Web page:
The Pros And Cons Of Genetic Testing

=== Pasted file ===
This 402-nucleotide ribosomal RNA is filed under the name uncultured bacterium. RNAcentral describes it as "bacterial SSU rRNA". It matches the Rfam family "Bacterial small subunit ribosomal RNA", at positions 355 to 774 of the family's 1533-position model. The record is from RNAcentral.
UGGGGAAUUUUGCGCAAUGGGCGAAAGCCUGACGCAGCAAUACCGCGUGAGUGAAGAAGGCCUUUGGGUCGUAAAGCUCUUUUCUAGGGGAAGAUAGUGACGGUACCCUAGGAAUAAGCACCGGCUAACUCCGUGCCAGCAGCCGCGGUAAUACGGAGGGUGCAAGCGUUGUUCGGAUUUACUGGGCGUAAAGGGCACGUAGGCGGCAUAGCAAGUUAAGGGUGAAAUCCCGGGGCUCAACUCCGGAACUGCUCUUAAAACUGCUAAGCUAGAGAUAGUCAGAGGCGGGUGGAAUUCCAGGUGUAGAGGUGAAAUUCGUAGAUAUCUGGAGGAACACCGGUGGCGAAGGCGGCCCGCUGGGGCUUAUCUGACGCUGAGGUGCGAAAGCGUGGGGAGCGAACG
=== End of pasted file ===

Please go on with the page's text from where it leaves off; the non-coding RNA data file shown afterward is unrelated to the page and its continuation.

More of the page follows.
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Introduction Dr. Gress’s view that the results of a genetic test should be withheld from patients if they are positive is paternalistic, immoral, and does not consider the autonomy of the individual. He holds the position that notifying patients of their genetic status is too harmful and that it is a doctor’s duty to withhold information that could be devastating; however, in doing so, he violates many ethical principles that doctors should exercise. This paper will give an overview on the topic of genetic testing and the ethical and moral problems associated with it, an analysis rejecting Dr. Gress’s view, and a response to an objection to the thesis of which this paper is based on. Presentation of Topic Medical professionals have been paying more attention to the morality of medical practices as technology advances in the medical field, such as genetic testing. Genetic testing is controversial because the disease is part of an individual’s genetic composition, and there is no cure for it. For example, those with the gene APOe have as little as two and as much as eight times the risk of developing Alzheimer’s disease compared to those who do not have the gene (Munson 246). Therefore, doctors question whether it is ethical to notify a patient that they have a genetic disease, or are at risk, since it is not curable and knowing the information might ultimately cause them stress. Conversely, others question if it is ethical to withhold such information from a patient and
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